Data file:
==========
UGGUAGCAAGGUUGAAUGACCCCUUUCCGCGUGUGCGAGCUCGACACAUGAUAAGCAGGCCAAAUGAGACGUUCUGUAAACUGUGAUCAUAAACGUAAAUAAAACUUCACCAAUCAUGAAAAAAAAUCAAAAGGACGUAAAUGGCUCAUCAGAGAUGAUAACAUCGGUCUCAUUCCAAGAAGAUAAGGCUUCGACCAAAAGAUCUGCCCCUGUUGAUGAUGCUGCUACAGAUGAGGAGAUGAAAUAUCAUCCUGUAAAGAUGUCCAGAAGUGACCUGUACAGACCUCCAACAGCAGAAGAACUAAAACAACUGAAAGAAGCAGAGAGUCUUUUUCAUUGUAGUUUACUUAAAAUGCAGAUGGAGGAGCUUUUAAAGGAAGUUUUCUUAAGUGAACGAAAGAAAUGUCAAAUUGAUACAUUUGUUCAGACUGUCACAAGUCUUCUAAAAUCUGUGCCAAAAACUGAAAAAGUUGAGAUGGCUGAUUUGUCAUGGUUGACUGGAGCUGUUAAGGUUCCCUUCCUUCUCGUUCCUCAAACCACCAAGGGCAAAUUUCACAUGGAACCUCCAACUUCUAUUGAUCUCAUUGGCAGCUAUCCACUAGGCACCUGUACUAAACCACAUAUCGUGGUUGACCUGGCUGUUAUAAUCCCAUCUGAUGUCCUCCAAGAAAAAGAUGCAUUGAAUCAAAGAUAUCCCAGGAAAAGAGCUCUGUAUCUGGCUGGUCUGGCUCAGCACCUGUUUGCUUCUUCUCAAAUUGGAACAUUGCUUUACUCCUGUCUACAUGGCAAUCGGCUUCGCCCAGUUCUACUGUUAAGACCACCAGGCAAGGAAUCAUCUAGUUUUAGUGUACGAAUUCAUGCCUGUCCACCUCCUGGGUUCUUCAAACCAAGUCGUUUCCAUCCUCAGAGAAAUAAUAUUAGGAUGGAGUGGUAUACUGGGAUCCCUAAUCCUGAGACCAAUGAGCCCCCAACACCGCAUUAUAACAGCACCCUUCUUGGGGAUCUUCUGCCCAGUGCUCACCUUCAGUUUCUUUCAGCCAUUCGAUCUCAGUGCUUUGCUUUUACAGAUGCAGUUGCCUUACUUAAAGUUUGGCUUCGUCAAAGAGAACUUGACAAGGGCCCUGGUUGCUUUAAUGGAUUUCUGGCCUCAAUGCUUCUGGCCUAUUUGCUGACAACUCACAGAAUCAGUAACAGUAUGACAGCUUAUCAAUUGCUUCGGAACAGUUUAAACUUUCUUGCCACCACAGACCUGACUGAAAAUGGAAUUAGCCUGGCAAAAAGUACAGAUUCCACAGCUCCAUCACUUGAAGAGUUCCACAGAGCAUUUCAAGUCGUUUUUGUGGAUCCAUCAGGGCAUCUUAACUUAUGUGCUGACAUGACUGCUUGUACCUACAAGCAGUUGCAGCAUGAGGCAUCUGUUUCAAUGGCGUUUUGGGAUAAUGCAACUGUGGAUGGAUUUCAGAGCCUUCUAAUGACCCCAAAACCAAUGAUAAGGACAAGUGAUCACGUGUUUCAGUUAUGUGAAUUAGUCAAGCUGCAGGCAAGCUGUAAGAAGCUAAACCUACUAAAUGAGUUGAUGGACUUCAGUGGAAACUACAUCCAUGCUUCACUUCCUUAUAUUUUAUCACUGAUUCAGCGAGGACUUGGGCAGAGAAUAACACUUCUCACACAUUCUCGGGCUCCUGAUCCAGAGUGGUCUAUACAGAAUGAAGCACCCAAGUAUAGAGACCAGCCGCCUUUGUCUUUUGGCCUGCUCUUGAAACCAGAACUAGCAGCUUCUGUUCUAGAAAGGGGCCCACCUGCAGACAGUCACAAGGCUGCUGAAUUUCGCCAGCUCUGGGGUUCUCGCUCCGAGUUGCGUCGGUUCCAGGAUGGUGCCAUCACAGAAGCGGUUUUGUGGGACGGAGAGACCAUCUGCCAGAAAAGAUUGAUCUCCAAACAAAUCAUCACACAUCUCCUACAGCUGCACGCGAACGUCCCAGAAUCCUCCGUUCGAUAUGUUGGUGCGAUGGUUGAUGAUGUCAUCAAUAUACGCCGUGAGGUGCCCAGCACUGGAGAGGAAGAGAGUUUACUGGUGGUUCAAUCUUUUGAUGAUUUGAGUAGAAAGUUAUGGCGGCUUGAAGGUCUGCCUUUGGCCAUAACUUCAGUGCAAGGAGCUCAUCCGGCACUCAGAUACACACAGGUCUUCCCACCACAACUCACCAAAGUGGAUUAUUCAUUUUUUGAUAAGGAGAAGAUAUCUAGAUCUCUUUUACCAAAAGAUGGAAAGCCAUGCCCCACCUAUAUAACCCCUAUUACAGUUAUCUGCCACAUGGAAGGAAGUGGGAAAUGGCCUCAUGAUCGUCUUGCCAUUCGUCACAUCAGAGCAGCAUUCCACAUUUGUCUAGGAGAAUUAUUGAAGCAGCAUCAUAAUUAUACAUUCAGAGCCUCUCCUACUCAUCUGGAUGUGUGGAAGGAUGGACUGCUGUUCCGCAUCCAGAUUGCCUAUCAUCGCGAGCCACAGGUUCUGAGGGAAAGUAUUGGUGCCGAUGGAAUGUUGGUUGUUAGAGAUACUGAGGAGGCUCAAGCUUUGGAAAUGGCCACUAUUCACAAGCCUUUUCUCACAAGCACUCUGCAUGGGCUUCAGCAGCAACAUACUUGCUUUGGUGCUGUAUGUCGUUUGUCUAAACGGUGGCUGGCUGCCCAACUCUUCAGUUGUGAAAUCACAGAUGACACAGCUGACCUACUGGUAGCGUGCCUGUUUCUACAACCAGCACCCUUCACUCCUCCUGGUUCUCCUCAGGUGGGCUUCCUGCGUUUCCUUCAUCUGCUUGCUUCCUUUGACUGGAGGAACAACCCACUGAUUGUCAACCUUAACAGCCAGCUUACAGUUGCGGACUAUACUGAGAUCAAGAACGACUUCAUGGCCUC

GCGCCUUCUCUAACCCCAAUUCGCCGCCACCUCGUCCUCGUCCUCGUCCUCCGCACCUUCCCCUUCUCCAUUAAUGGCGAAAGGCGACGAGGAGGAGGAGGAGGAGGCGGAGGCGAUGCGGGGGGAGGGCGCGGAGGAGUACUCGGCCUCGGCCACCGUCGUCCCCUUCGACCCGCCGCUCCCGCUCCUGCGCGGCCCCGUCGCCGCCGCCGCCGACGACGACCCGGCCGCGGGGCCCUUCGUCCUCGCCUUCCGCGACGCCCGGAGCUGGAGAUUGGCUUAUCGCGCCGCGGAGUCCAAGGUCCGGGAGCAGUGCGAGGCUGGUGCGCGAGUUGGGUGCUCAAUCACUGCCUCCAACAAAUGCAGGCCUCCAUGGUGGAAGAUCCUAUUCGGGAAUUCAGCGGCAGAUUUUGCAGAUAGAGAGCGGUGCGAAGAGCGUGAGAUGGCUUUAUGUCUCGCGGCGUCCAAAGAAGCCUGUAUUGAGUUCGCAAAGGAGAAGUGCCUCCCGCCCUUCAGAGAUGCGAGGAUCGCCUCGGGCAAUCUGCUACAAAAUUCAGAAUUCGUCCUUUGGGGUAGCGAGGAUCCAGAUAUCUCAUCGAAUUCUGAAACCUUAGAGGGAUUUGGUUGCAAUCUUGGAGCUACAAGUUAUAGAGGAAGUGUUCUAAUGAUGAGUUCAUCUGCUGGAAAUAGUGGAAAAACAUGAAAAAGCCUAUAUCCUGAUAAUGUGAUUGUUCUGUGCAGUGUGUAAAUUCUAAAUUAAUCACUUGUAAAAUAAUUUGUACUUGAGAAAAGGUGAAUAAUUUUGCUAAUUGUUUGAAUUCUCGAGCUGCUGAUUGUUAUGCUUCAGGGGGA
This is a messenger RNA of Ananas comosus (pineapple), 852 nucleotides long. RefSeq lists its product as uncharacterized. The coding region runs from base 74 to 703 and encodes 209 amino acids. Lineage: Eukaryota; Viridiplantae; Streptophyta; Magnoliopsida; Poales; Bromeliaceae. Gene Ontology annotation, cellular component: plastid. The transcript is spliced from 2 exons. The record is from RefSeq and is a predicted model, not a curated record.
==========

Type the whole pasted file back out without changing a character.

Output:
UGGUAGCAAGGUUGAAUGACCCCUUUCCGCGUGUGCGAGCUCGACACAUGAUAAGCAGGCCAAAUGAGACGUUCUGUAAACUGUGAUCAUAAACGUAAAUAAAACUUCACCAAUCAUGAAAAAAAAUCAAAAGGACGUAAAUGGCUCAUCAGAGAUGAUAACAUCGGUCUCAUUCCAAGAAGAUAAGGCUUCGACCAAAAGAUCUGCCCCUGUUGAUGAUGCUGCUACAGAUGAGGAGAUGAAAUAUCAUCCUGUAAAGAUGUCCAGAAGUGACCUGUACAGACCUCCAACAGCAGAAGAACUAAAACAACUGAAAGAAGCAGAGAGUCUUUUUCAUUGUAGUUUACUUAAAAUGCAGAUGGAGGAGCUUUUAAAGGAAGUUUUCUUAAGUGAACGAAAGAAAUGUCAAAUUGAUACAUUUGUUCAGACUGUCACAAGUCUUCUAAAAUCUGUGCCAAAAACUGAAAAAGUUGAGAUGGCUGAUUUGUCAUGGUUGACUGGAGCUGUUAAGGUUCCCUUCCUUCUCGUUCCUCAAACCACCAAGGGCAAAUUUCACAUGGAACCUCCAACUUCUAUUGAUCUCAUUGGCAGCUAUCCACUAGGCACCUGUACUAAACCACAUAUCGUGGUUGACCUGGCUGUUAUAAUCCCAUCUGAUGUCCUCCAAGAAAAAGAUGCAUUGAAUCAAAGAUAUCCCAGGAAAAGAGCUCUGUAUCUGGCUGGUCUGGCUCAGCACCUGUUUGCUUCUUCUCAAAUUGGAACAUUGCUUUACUCCUGUCUACAUGGCAAUCGGCUUCGCCCAGUUCUACUGUUAAGACCACCAGGCAAGGAAUCAUCUAGUUUUAGUGUACGAAUUCAUGCCUGUCCACCUCCUGGGUUCUUCAAACCAAGUCGUUUCCAUCCUCAGAGAAAUAAUAUUAGGAUGGAGUGGUAUACUGGGAUCCCUAAUCCUGAGACCAAUGAGCCCCCAACACCGCAUUAUAACAGCACCCUUCUUGGGGAUCUUCUGCCCAGUGCUCACCUUCAGUUUCUUUCAGCCAUUCGAUCUCAGUGCUUUGCUUUUACAGAUGCAGUUGCCUUACUUAAAGUUUGGCUUCGUCAAAGAGAACUUGACAAGGGCCCUGGUUGCUUUAAUGGAUUUCUGGCCUCAAUGCUUCUGGCCUAUUUGCUGACAACUCACAGAAUCAGUAACAGUAUGACAGCUUAUCAAUUGCUUCGGAACAGUUUAAACUUUCUUGCCACCACAGACCUGACUGAAAAUGGAAUUAGCCUGGCAAAAAGUACAGAUUCCACAGCUCCAUCACUUGAAGAGUUCCACAGAGCAUUUCAAGUCGUUUUUGUGGAUCCAUCAGGGCAUCUUAACUUAUGUGCUGACAUGACUGCUUGUACCUACAAGCAGUUGCAGCAUGAGGCAUCUGUUUCAAUGGCGUUUUGGGAUAAUGCAACUGUGGAUGGAUUUCAGAGCCUUCUAAUGACCCCAAAACCAAUGAUAAGGACAAGUGAUCACGUGUUUCAGUUAUGUGAAUUAGUCAAGCUGCAGGCAAGCUGUAAGAAGCUAAACCUACUAAAUGAGUUGAUGGACUUCAGUGGAAACUACAUCCAUGCUUCACUUCCUUAUAUUUUAUCACUGAUUCAGCGAGGACUUGGGCAGAGAAUAACACUUCUCACACAUUCUCGGGCUCCUGAUCCAGAGUGGUCUAUACAGAAUGAAGCACCCAAGUAUAGAGACCAGCCGCCUUUGUCUUUUGGCCUGCUCUUGAAACCAGAACUAGCAGCUUCUGUUCUAGAAAGGGGCCCACCUGCAGACAGUCACAAGGCUGCUGAAUUUCGCCAGCUCUGGGGUUCUCGCUCCGAGUUGCGUCGGUUCCAGGAUGGUGCCAUCACAGAAGCGGUUUUGUGGGACGGAGAGACCAUCUGCCAGAAAAGAUUGAUCUCCAAACAAAUCAUCACACAUCUCCUACAGCUGCACGCGAACGUCCCAGAAUCCUCCGUUCGAUAUGUUGGUGCGAUGGUUGAUGAUGUCAUCAAUAUACGCCGUGAGGUGCCCAGCACUGGAGAGGAAGAGAGUUUACUGGUGGUUCAAUCUUUUGAUGAUUUGAGUAGAAAGUUAUGGCGGCUUGAAGGUCUGCCUUUGGCCAUAACUUCAGUGCAAGGAGCUCAUCCGGCACUCAGAUACACACAGGUCUUCCCACCACAACUCACCAAAGUGGAUUAUUCAUUUUUUGAUAAGGAGAAGAUAUCUAGAUCUCUUUUACCAAAAGAUGGAAAGCCAUGCCCCACCUAUAUAACCCCUAUUACAGUUAUCUGCCACAUGGAAGGAAGUGGGAAAUGGCCUCAUGAUCGUCUUGCCAUUCGUCACAUCAGAGCAGCAUUCCACAUUUGUCUAGGAGAAUUAUUGAAGCAGCAUCAUAAUUAUACAUUCAGAGCCUCUCCUACUCAUCUGGAUGUGUGGAAGGAUGGACUGCUGUUCCGCAUCCAGAUUGCCUAUCAUCGCGAGCCACAGGUUCUGAGGGAAAGUAUUGGUGCCGAUGGAAUGUUGGUUGUUAGAGAUACUGAGGAGGCUCAAGCUUUGGAAAUGGCCACUAUUCACAAGCCUUUUCUCACAAGCACUCUGCAUGGGCUUCAGCAGCAACAUACUUGCUUUGGUGCUGUAUGUCGUUUGUCUAAACGGUGGCUGGCUGCCCAACUCUUCAGUUGUGAAAUCACAGAUGACACAGCUGACCUACUGGUAGCGUGCCUGUUUCUACAACCAGCACCCUUCACUCCUCCUGGUUCUCCUCAGGUGGGCUUCCUGCGUUUCCUUCAUCUGCUUGCUUCCUUUGACUGGAGGAACAACCCACUGAUUGUCAACCUUAACAGCCAGCUUACAGUUGCGGACUAUACUGAGAUCAAGAACGACUUCAUGGCCUC

GCGCCUUCUCUAACCCCAAUUCGCCGCCACCUCGUCCUCGUCCUCGUCCUCCGCACCUUCCCCUUCUCCAUUAAUGGCGAAAGGCGACGAGGAGGAGGAGGAGGAGGCGGAGGCGAUGCGGGGGGAGGGCGCGGAGGAGUACUCGGCCUCGGCCACCGUCGUCCCCUUCGACCCGCCGCUCCCGCUCCUGCGCGGCCCCGUCGCCGCCGCCGCCGACGACGACCCGGCCGCGGGGCCCUUCGUCCUCGCCUUCCGCGACGCCCGGAGCUGGAGAUUGGCUUAUCGCGCCGCGGAGUCCAAGGUCCGGGAGCAGUGCGAGGCUGGUGCGCGAGUUGGGUGCUCAAUCACUGCCUCCAACAAAUGCAGGCCUCCAUGGUGGAAGAUCCUAUUCGGGAAUUCAGCGGCAGAUUUUGCAGAUAGAGAGCGGUGCGAAGAGCGUGAGAUGGCUUUAUGUCUCGCGGCGUCCAAAGAAGCCUGUAUUGAGUUCGCAAAGGAGAAGUGCCUCCCGCCCUUCAGAGAUGCGAGGAUCGCCUCGGGCAAUCUGCUACAAAAUUCAGAAUUCGUCCUUUGGGGUAGCGAGGAUCCAGAUAUCUCAUCGAAUUCUGAAACCUUAGAGGGAUUUGGUUGCAAUCUUGGAGCUACAAGUUAUAGAGGAAGUGUUCUAAUGAUGAGUUCAUCUGCUGGAAAUAGUGGAAAAACAUGAAAAAGCCUAUAUCCUGAUAAUGUGAUUGUUCUGUGCAGUGUGUAAAUUCUAAAUUAAUCACUUGUAAAAUAAUUUGUACUUGAGAAAAGGUGAAUAAUUUUGCUAAUUGUUUGAAUUCUCGAGCUGCUGAUUGUUAUGCUUCAGGGGGA
This is a messenger RNA of Ananas comosus (pineapple), 852 nucleotides long. RefSeq lists its product as uncharacterized. The coding region runs from base 74 to 703 and encodes 209 amino acids. Lineage: Eukaryota; Viridiplantae; Streptophyta; Magnoliopsida; Poales; Bromeliaceae. Gene Ontology annotation, cellular component: plastid. The transcript is spliced from 2 exons. The record is from RefSeq and is a predicted model, not a curated record.